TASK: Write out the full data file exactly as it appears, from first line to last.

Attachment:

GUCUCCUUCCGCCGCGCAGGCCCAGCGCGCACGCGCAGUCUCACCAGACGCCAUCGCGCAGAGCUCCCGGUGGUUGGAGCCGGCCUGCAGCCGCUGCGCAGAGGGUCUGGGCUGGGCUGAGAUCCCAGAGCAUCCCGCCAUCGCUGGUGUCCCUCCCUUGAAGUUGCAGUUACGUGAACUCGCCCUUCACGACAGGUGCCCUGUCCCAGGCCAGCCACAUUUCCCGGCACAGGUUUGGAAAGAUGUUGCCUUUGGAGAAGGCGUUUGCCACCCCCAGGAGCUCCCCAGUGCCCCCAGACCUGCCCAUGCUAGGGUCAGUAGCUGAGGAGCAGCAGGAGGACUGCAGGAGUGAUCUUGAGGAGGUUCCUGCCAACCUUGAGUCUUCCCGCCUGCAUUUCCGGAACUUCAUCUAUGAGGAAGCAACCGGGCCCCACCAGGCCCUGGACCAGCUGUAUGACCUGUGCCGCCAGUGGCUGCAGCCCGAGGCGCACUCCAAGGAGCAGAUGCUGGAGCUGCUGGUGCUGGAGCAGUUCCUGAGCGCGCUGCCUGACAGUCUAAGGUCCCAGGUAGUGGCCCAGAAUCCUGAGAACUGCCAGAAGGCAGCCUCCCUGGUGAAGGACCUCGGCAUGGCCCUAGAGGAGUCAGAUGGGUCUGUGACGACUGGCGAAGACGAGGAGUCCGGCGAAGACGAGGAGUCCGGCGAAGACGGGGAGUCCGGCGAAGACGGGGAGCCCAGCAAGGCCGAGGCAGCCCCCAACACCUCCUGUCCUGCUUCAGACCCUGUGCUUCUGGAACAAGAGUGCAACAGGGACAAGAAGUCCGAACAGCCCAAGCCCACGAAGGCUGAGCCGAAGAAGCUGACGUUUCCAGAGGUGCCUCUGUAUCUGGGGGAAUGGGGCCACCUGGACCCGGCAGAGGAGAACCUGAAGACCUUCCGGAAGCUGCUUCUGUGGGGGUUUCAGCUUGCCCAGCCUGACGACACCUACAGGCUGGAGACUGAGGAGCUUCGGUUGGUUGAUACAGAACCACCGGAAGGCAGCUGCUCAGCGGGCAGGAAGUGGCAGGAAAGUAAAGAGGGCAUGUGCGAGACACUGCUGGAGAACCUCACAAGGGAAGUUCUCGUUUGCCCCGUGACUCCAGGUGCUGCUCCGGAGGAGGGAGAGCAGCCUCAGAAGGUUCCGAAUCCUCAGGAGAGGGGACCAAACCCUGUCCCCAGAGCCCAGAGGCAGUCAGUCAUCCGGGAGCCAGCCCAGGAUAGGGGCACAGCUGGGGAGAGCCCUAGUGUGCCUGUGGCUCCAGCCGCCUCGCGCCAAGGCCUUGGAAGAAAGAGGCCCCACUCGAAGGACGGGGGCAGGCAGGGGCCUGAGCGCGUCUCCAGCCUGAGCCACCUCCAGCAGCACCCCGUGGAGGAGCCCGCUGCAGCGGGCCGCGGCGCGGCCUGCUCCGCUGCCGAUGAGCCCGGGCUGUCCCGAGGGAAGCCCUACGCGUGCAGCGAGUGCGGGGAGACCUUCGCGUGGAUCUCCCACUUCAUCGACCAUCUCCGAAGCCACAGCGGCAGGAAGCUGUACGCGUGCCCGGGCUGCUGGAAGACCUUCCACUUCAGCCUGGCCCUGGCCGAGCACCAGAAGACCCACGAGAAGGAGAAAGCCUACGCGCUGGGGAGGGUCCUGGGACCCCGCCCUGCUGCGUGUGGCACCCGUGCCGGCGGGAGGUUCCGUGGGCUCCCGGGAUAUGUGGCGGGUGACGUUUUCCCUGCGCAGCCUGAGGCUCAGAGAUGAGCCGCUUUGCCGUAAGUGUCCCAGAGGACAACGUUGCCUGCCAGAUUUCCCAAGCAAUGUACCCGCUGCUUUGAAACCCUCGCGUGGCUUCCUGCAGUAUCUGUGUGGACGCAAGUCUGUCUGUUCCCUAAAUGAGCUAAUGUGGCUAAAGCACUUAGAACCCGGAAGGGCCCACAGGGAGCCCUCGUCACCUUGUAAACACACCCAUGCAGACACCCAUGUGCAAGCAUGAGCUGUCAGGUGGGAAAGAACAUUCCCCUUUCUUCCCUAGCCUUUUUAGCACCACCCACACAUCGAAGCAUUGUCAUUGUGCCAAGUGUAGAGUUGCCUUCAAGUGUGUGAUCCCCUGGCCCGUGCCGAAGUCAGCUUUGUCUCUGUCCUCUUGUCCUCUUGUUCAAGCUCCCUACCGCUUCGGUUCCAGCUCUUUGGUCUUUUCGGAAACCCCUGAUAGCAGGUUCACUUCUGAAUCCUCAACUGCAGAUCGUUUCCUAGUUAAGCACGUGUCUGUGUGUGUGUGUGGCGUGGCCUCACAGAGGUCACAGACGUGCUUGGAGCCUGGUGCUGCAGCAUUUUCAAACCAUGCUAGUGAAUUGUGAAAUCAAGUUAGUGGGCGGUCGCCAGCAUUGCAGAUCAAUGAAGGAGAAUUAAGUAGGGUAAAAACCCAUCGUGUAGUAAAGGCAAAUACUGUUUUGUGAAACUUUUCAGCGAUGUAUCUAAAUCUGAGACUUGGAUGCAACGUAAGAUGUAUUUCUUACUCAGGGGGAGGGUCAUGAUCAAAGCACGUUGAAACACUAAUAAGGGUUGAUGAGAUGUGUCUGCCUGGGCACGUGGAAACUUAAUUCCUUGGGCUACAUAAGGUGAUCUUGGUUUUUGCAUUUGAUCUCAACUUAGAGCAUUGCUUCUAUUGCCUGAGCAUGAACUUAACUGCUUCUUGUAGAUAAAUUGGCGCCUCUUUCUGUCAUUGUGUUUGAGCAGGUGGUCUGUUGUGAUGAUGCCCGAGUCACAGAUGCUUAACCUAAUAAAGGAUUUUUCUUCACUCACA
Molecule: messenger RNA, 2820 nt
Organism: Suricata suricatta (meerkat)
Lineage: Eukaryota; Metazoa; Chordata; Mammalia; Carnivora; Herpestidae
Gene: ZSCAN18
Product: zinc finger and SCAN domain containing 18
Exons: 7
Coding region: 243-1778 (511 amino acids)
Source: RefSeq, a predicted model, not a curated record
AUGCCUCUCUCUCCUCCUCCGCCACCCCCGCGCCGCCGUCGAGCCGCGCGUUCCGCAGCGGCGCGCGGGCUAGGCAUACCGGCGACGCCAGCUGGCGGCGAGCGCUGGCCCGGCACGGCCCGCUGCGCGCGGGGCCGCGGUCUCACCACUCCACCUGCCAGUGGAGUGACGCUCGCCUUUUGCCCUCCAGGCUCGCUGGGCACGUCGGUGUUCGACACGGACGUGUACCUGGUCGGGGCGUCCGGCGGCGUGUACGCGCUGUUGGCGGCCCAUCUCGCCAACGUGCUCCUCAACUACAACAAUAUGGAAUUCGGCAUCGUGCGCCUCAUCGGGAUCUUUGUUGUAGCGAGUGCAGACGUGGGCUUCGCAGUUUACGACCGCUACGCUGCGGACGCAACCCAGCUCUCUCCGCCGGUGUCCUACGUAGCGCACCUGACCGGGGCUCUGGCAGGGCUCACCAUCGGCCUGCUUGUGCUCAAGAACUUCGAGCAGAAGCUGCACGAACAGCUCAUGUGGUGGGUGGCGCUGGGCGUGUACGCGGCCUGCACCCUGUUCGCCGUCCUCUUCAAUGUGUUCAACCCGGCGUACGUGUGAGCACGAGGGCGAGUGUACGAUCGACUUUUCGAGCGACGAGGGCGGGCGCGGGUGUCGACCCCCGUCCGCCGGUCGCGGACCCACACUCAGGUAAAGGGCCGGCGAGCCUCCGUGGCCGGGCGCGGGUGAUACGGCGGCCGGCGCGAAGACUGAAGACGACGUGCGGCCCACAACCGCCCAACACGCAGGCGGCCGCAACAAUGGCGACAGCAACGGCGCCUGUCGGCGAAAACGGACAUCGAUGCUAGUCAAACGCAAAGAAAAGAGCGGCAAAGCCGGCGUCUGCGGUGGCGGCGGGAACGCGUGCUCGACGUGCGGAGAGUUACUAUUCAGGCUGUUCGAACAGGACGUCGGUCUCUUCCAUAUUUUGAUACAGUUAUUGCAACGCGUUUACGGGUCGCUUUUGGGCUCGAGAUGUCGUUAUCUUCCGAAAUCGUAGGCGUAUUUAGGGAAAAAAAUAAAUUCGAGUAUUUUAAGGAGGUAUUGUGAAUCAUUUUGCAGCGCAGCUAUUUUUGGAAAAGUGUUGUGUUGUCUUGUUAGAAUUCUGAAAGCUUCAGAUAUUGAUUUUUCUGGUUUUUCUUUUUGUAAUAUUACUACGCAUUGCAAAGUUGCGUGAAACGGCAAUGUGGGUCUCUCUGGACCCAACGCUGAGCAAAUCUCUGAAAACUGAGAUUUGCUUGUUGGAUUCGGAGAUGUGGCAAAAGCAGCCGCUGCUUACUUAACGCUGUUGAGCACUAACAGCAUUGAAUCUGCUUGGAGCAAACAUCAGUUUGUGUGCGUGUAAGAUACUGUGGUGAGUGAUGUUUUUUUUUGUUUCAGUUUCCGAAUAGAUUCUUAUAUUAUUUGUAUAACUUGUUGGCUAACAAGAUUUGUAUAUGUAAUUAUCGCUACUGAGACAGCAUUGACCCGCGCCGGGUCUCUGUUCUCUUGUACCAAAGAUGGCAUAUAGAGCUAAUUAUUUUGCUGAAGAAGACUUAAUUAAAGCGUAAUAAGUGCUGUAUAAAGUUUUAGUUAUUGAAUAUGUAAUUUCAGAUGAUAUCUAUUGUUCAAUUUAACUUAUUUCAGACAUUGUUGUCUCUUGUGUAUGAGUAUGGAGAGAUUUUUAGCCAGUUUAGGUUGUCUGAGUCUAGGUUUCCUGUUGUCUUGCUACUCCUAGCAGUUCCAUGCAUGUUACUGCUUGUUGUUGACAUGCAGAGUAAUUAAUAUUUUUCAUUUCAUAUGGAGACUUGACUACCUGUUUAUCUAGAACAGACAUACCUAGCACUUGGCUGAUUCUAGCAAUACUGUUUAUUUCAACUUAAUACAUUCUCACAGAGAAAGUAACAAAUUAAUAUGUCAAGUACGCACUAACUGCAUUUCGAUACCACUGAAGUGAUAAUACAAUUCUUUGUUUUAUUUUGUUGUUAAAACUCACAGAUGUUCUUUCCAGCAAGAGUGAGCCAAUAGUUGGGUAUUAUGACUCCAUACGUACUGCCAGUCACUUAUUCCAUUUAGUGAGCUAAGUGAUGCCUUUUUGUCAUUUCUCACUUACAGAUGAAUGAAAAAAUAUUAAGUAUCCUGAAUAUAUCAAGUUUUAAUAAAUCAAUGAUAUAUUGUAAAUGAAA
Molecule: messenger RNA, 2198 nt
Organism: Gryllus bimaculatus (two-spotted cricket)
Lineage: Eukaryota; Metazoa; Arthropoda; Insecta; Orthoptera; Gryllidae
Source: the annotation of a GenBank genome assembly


GUCUCCUUCCGCCGCGCAGGCCCAGCGCGCACGCGCAGUCUCACCAGACGCCAUCGCGCAGAGCUCCCGGUGGUUGGAGCCGGCCUGCAGCCGCUGCGCAGAGGGUCUGGGCUGGGCUGAGAUCCCAGAGCAUCCCGCCAUCGCUGGUGUCCCUCCCUUGAAGUUGCAGUUACGUGAACUCGCCCUUCACGACAGGUGCCCUGUCCCAGGCCAGCCACAUUUCCCGGCACAGGUUUGGAAAGAUGUUGCCUUUGGAGAAGGCGUUUGCCACCCCCAGGAGCUCCCCAGUGCCCCCAGACCUGCCCAUGCUAGGGUCAGUAGCUGAGGAGCAGCAGGAGGACUGCAGGAGUGAUCUUGAGGAGGUUCCUGCCAACCUUGAGUCUUCCCGCCUGCAUUUCCGGAACUUCAUCUAUGAGGAAGCAACCGGGCCCCACCAGGCCCUGGACCAGCUGUAUGACCUGUGCCGCCAGUGGCUGCAGCCCGAGGCGCACUCCAAGGAGCAGAUGCUGGAGCUGCUGGUGCUGGAGCAGUUCCUGAGCGCGCUGCCUGACAGUCUAAGGUCCCAGGUAGUGGCCCAGAAUCCUGAGAACUGCCAGAAGGCAGCCUCCCUGGUGAAGGACCUCGGCAUGGCCCUAGAGGAGUCAGAUGGGUCUGUGACGACUGGCGAAGACGAGGAGUCCGGCGAAGACGAGGAGUCCGGCGAAGACGGGGAGUCCGGCGAAGACGGGGAGCCCAGCAAGGCCGAGGCAGCCCCCAACACCUCCUGUCCUGCUUCAGACCCUGUGCUUCUGGAACAAGAGUGCAACAGGGACAAGAAGUCCGAACAGCCCAAGCCCACGAAGGCUGAGCCGAAGAAGCUGACGUUUCCAGAGGUGCCUCUGUAUCUGGGGGAAUGGGGCCACCUGGACCCGGCAGAGGAGAACCUGAAGACCUUCCGGAAGCUGCUUCUGUGGGGGUUUCAGCUUGCCCAGCCUGACGACACCUACAGGCUGGAGACUGAGGAGCUUCGGUUGGUUGAUACAGAACCACCGGAAGGCAGCUGCUCAGCGGGCAGGAAGUGGCAGGAAAGUAAAGAGGGCAUGUGCGAGACACUGCUGGAGAACCUCACAAGGGAAGUUCUCGUUUGCCCCGUGACUCCAGGUGCUGCUCCGGAGGAGGGAGAGCAGCCUCAGAAGGUUCCGAAUCCUCAGGAGAGGGGACCAAACCCUGUCCCCAGAGCCCAGAGGCAGUCAGUCAUCCGGGAGCCAGCCCAGGAUAGGGGCACAGCUGGGGAGAGCCCUAGUGUGCCUGUGGCUCCAGCCGCCUCGCGCCAAGGCCUUGGAAGAAAGAGGCCCCACUCGAAGGACGGGGGCAGGCAGGGGCCUGAGCGCGUCUCCAGCCUGAGCCACCUCCAGCAGCACCCCGUGGAGGAGCCCGCUGCAGCGGGCCGCGGCGCGGCCUGCUCCGCUGCCGAUGAGCCCGGGCUGUCCCGAGGGAAGCCCUACGCGUGCAGCGAGUGCGGGGAGACCUUCGCGUGGAUCUCCCACUUCAUCGACCAUCUCCGAAGCCACAGCGGCAGGAAGCUGUACGCGUGCCCGGGCUGCUGGAAGACCUUCCACUUCAGCCUGGCCCUGGCCGAGCACCAGAAGACCCACGAGAAGGAGAAAGCCUACGCGCUGGGGAGGGUCCUGGGACCCCGCCCUGCUGCGUGUGGCACCCGUGCCGGCGGGAGGUUCCGUGGGCUCCCGGGAUAUGUGGCGGGUGACGUUUUCCCUGCGCAGCCUGAGGCUCAGAGAUGAGCCGCUUUGCCGUAAGUGUCCCAGAGGACAACGUUGCCUGCCAGAUUUCCCAAGCAAUGUACCCGCUGCUUUGAAACCCUCGCGUGGCUUCCUGCAGUAUCUGUGUGGACGCAAGUCUGUCUGUUCCCUAAAUGAGCUAAUGUGGCUAAAGCACUUAGAACCCGGAAGGGCCCACAGGGAGCCCUCGUCACCUUGUAAACACACCCAUGCAGACACCCAUGUGCAAGCAUGAGCUGUCAGGUGGGAAAGAACAUUCCCCUUUCUUCCCUAGCCUUUUUAGCACCACCCACACAUCGAAGCAUUGUCAUUGUGCCAAGUGUAGAGUUGCCUUCAAGUGUGUGAUCCCCUGGCCCGUGCCGAAGUCAGCUUUGUCUCUGUCCUCUUGUCCUCUUGUUCAAGCUCCCUACCGCUUCGGUUCCAGCUCUUUGGUCUUUUCGGAAACCCCUGAUAGCAGGUUCACUUCUGAAUCCUCAACUGCAGAUCGUUUCCUAGUUAAGCACGUGUCUGUGUGUGUGUGUGGCGUGGCCUCACAGAGGUCACAGACGUGCUUGGAGCCUGGUGCUGCAGCAUUUUCAAACCAUGCUAGUGAAUUGUGAAAUCAAGUUAGUGGGCGGUCGCCAGCAUUGCAGAUCAAUGAAGGAGAAUUAAGUAGGGUAAAAACCCAUCGUGUAGUAAAGGCAAAUACUGUUUUGUGAAACUUUUCAGCGAUGUAUCUAAAUCUGAGACUUGGAUGCAACGUAAGAUGUAUUUCUUACUCAGGGGGAGGGUCAUGAUCAAAGCACGUUGAAACACUAAUAAGGGUUGAUGAGAUGUGUCUGCCUGGGCACGUGGAAACUUAAUUCCUUGGGCUACAUAAGGUGAUCUUGGUUUUUGCAUUUGAUCUCAACUUAGAGCAUUGCUUCUAUUGCCUGAGCAUGAACUUAACUGCUUCUUGUAGAUAAAUUGGCGCCUCUUUCUGUCAUUGUGUUUGAGCAGGUGGUCUGUUGUGAUGAUGCCCGAGUCACAGAUGCUUAACCUAAUAAAGGAUUUUUCUUCACUCACA
Molecule: messenger RNA, 2820 nt
Organism: Suricata suricatta (meerkat)
Lineage: Eukaryota; Metazoa; Chordata; Mammalia; Carnivora; Herpestidae
Gene: ZSCAN18
Product: zinc finger and SCAN domain containing 18
Exons: 7
Coding region: 243-1778 (511 amino acids)
Source: RefSeq, a predicted model, not a curated record
AUGCCUCUCUCUCCUCCUCCGCCACCCCCGCGCCGCCGUCGAGCCGCGCGUUCCGCAGCGGCGCGCGGGCUAGGCAUACCGGCGACGCCAGCUGGCGGCGAGCGCUGGCCCGGCACGGCCCGCUGCGCGCGGGGCCGCGGUCUCACCACUCCACCUGCCAGUGGAGUGACGCUCGCCUUUUGCCCUCCAGGCUCGCUGGGCACGUCGGUGUUCGACACGGACGUGUACCUGGUCGGGGCGUCCGGCGGCGUGUACGCGCUGUUGGCGGCCCAUCUCGCCAACGUGCUCCUCAACUACAACAAUAUGGAAUUCGGCAUCGUGCGCCUCAUCGGGAUCUUUGUUGUAGCGAGUGCAGACGUGGGCUUCGCAGUUUACGACCGCUACGCUGCGGACGCAACCCAGCUCUCUCCGCCGGUGUCCUACGUAGCGCACCUGACCGGGGCUCUGGCAGGGCUCACCAUCGGCCUGCUUGUGCUCAAGAACUUCGAGCAGAAGCUGCACGAACAGCUCAUGUGGUGGGUGGCGCUGGGCGUGUACGCGGCCUGCACCCUGUUCGCCGUCCUCUUCAAUGUGUUCAACCCGGCGUACGUGUGAGCACGAGGGCGAGUGUACGAUCGACUUUUCGAGCGACGAGGGCGGGCGCGGGUGUCGACCCCCGUCCGCCGGUCGCGGACCCACACUCAGGUAAAGGGCCGGCGAGCCUCCGUGGCCGGGCGCGGGUGAUACGGCGGCCGGCGCGAAGACUGAAGACGACGUGCGGCCCACAACCGCCCAACACGCAGGCGGCCGCAACAAUGGCGACAGCAACGGCGCCUGUCGGCGAAAACGGACAUCGAUGCUAGUCAAACGCAAAGAAAAGAGCGGCAAAGCCGGCGUCUGCGGUGGCGGCGGGAACGCGUGCUCGACGUGCGGAGAGUUACUAUUCAGGCUGUUCGAACAGGACGUCGGUCUCUUCCAUAUUUUGAUACAGUUAUUGCAACGCGUUUACGGGUCGCUUUUGGGCUCGAGAUGUCGUUAUCUUCCGAAAUCGUAGGCGUAUUUAGGGAAAAAAAUAAAUUCGAGUAUUUUAAGGAGGUAUUGUGAAUCAUUUUGCAGCGCAGCUAUUUUUGGAAAAGUGUUGUGUUGUCUUGUUAGAAUUCUGAAAGCUUCAGAUAUUGAUUUUUCUGGUUUUUCUUUUUGUAAUAUUACUACGCAUUGCAAAGUUGCGUGAAACGGCAAUGUGGGUCUCUCUGGACCCAACGCUGAGCAAAUCUCUGAAAACUGAGAUUUGCUUGUUGGAUUCGGAGAUGUGGCAAAAGCAGCCGCUGCUUACUUAACGCUGUUGAGCACUAACAGCAUUGAAUCUGCUUGGAGCAAACAUCAGUUUGUGUGCGUGUAAGAUACUGUGGUGAGUGAUGUUUUUUUUUGUUUCAGUUUCCGAAUAGAUUCUUAUAUUAUUUGUAUAACUUGUUGGCUAACAAGAUUUGUAUAUGUAAUUAUCGCUACUGAGACAGCAUUGACCCGCGCCGGGUCUCUGUUCUCUUGUACCAAAGAUGGCAUAUAGAGCUAAUUAUUUUGCUGAAGAAGACUUAAUUAAAGCGUAAUAAGUGCUGUAUAAAGUUUUAGUUAUUGAAUAUGUAAUUUCAGAUGAUAUCUAUUGUUCAAUUUAACUUAUUUCAGACAUUGUUGUCUCUUGUGUAUGAGUAUGGAGAGAUUUUUAGCCAGUUUAGGUUGUCUGAGUCUAGGUUUCCUGUUGUCUUGCUACUCCUAGCAGUUCCAUGCAUGUUACUGCUUGUUGUUGACAUGCAGAGUAAUUAAUAUUUUUCAUUUCAUAUGGAGACUUGACUACCUGUUUAUCUAGAACAGACAUACCUAGCACUUGGCUGAUUCUAGCAAUACUGUUUAUUUCAACUUAAUACAUUCUCACAGAGAAAGUAACAAAUUAAUAUGUCAAGUACGCACUAACUGCAUUUCGAUACCACUGAAGUGAUAAUACAAUUCUUUGUUUUAUUUUGUUGUUAAAACUCACAGAUGUUCUUUCCAGCAAGAGUGAGCCAAUAGUUGGGUAUUAUGACUCCAUACGUACUGCCAGUCACUUAUUCCAUUUAGUGAGCUAAGUGAUGCCUUUUUGUCAUUUCUCACUUACAGAUGAAUGAAAAAAUAUUAAGUAUCCUGAAUAUAUCAAGUUUUAAUAAAUCAAUGAUAUAUUGUAAAUGAAA
Molecule: messenger RNA, 2198 nt
Organism: Gryllus bimaculatus (two-spotted cricket)
Lineage: Eukaryota; Metazoa; Arthropoda; Insecta; Orthoptera; Gryllidae
Source: the annotation of a GenBank genome assembly